Mingling money, politics and legislation is nothing new in Tallahassee, but an email leaked last week provides a glimpse at just how much pressure Republican lawmakers are under to maintain their dominance in campaign fundraising.
Rep. Steve Crisafulli, who as incoming speaker for 2015-2016 oversees all Republican House races, scolded members for falling behind the pace of Democratic candidates.
“This is a trend that must be broken!” Crisafulli wrote in bold and underline before reminding Republicans that half of them had fallen short of a fundraising goal set earlier by the caucus. “Like you, I recognize fundraising is a commitment of time we would rather spend in other ways, but given the tough election year ahead, we MUST redouble our efforts so that everyone has the financial resources for victory.”
With a 75-45 margin, Republicans are clearly in charge of the House. And collectively, GOP House incumbents raised $1.5 million between July 1 and Sept. 30, or $188,000 more than they raised during the same period two years ago, the last nonelection year.
Additionally, they averaged $24,434 for the third quarter, dwarfing the $9,666 average raised by the 38 House Democrats seeking re-election.
So what has Crisafulli so concerned? The pace.
While Republicans increased their haul by a robust 13.6 percent from two years ago, House Democrats ramped up their take by more than 1,000 percent. Two years ago, these same House Democrats raised a paltry $4,133 per member during the third quarter, a fifth of what Republicans raised. Democrats still lag, but now are at about a third of what Republicans raised.
“Our members are taking the election cycle seriously,” said Rep. Mark Pafford, the incoming House Democratic leader. “We have a wonderful opportunity ahead of us if we elect a Democratic governor. If Speaker-Designate Crisafulli says so, my guess would be that we’re doing pretty well.”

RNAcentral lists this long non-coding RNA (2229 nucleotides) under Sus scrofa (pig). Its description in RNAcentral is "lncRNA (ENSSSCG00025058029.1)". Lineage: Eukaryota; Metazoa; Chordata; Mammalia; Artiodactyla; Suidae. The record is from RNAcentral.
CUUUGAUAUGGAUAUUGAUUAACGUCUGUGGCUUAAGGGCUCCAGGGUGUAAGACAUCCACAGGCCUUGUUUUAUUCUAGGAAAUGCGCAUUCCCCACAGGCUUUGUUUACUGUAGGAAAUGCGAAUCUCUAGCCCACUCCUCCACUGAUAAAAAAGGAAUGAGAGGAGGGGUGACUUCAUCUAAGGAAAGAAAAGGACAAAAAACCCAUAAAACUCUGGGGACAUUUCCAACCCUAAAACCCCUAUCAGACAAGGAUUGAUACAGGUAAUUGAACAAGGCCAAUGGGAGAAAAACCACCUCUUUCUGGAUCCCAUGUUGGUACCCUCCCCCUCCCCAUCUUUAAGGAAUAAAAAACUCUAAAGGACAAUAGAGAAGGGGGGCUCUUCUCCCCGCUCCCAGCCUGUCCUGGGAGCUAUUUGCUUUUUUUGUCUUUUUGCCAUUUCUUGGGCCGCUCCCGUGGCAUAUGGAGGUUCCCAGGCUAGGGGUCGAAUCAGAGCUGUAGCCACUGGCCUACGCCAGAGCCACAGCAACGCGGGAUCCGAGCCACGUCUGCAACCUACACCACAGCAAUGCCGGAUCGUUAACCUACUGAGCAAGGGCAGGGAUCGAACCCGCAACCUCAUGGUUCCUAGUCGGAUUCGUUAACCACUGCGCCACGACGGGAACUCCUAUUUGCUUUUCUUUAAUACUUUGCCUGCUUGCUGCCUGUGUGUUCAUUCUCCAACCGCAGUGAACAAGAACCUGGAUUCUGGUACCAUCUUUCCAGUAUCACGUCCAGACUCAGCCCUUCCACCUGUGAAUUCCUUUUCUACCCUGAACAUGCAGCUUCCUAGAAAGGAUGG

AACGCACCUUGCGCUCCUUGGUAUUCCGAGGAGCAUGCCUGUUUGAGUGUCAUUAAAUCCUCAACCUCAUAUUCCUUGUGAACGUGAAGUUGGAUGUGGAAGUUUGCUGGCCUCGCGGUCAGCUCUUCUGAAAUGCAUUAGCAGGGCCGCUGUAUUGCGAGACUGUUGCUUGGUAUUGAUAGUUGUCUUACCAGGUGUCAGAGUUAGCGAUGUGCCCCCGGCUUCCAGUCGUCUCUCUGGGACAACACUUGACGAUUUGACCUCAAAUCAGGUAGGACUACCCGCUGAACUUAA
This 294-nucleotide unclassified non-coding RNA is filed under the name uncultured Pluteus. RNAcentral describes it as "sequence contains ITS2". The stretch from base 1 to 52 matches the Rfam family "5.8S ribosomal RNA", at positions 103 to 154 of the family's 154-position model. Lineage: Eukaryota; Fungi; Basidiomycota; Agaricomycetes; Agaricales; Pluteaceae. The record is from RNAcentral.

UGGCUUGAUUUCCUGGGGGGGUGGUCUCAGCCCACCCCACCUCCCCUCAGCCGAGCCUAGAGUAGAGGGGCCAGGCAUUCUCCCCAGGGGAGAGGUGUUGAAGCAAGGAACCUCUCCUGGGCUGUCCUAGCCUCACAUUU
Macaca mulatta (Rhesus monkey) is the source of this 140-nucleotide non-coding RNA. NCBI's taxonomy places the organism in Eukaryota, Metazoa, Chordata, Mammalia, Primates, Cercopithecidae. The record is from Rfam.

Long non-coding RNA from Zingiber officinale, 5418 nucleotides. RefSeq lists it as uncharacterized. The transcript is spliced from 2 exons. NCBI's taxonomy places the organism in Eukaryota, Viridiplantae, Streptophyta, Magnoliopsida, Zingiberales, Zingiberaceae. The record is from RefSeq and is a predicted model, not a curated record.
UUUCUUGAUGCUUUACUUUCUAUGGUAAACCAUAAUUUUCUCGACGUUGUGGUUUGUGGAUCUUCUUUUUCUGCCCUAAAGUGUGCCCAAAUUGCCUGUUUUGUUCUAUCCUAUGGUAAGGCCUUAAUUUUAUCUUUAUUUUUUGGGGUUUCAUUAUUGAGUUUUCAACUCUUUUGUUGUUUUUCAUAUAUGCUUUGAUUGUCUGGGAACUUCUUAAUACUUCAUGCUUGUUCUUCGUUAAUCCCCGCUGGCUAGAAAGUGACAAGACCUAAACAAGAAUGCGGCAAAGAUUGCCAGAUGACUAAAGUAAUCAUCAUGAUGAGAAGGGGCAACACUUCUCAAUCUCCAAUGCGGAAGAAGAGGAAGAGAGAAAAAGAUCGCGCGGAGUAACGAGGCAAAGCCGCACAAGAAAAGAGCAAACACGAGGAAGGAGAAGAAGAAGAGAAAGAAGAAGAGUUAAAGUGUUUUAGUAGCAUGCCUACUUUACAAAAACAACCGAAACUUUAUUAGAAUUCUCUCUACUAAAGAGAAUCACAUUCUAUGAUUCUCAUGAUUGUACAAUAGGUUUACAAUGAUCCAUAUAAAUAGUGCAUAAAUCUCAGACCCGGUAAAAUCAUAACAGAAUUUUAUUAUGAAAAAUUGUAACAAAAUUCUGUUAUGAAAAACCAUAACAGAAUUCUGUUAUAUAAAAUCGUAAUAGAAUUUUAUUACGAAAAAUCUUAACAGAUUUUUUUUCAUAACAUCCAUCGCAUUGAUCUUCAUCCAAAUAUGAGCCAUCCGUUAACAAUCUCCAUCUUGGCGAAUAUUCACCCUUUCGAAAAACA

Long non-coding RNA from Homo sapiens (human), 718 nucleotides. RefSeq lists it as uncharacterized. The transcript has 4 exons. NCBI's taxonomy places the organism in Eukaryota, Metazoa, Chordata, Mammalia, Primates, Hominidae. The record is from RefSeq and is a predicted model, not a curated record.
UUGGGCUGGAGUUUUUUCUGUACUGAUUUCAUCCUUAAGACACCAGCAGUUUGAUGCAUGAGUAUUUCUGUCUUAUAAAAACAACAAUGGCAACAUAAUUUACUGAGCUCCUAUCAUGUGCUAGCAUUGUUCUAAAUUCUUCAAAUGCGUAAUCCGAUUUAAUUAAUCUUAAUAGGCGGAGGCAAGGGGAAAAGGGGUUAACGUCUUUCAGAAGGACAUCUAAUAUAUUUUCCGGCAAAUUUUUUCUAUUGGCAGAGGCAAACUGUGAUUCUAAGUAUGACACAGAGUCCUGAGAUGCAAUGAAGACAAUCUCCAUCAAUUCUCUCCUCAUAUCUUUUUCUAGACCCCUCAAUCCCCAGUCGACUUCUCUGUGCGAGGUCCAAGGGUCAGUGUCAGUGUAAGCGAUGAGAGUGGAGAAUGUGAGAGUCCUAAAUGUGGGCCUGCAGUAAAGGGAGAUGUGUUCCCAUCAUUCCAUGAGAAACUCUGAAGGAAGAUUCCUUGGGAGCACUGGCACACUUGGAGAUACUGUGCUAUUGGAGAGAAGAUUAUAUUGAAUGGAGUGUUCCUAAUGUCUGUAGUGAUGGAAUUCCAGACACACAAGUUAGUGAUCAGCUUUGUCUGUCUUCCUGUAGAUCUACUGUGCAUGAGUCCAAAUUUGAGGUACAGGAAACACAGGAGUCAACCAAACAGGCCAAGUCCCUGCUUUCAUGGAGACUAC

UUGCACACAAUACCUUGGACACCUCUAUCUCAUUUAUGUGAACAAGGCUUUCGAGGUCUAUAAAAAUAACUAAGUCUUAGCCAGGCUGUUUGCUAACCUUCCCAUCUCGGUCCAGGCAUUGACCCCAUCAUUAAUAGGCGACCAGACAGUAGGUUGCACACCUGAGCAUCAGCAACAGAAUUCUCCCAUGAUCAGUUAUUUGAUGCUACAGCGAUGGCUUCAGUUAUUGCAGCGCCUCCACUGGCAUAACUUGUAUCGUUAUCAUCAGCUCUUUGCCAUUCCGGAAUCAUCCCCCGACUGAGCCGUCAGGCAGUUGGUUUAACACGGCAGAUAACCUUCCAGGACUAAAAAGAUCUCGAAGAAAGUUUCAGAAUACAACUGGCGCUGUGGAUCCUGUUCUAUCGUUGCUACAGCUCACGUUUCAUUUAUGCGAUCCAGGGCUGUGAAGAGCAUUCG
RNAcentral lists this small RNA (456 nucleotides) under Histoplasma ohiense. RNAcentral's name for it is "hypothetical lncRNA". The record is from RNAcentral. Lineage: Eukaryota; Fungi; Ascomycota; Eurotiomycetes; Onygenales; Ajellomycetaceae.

In his email, Crisafulli attached a spreadsheet of the 64 Republicans who are seeking reelection, ordering them based on how much they raised in the third quarter, from highest to lowest, so lawmakers could easily keep score with each other.
At the bottom of the list, having raised $0, was Rep. Matt Gaetz of Fort Walton Beach. He was busy raising $121,000 for a Senate race — in 2016. Still, Gaetz said he felt bad.
“I wrote an apology,” Gaetz said. “I deserved to be singled out. I haven’t done my part in raising money.”
Starting Nov. 1, campaign contribution limits increased from $500 to $1,000, giving lawmakers a reason to call those who have already contributed and ask for more money.
Legislators are meeting this week in Tallahassee to consider bills and policy. Unlike during the session that begins in March, they can hold fundraisers. This week, at least 37 lawmakers will benefit from 14 fundraisers held throughout Tallahassee.
Rep. John Tobia, R-Melbourne Beach, raised $5,000 in the third quarter (which was actually $500 more than the same period two years ago), which tied him for third worst. He’s slated to attend a fundraiser Tuesday night at the Governor’s Club with Crisafulli.
“I’m not the kind of guy to pick up the phone and ask you for money 50 times,” Tobia said. “But I appreciate the encouragement from Crisafulli. Ultimately, campaigns come down to hard work. When you have a good message, money is not necessary.”
Perhaps, but Crisafulli’s email might be heralding a new era.
House Speaker Will Weatherford, who directed Republican House races two years ago, said the districts are more competitive since he helped redraw them after the 2010 Census. Republicans no longer have the luxury of easy money flowing in, he said.
“If I was a member, I would pay attention to that letter,” Weatherford said. “The message is ’Don’t sit around and wait to raise money.’ I don’t think there’s anything wrong with sending out a message like that. It’s about motivation.”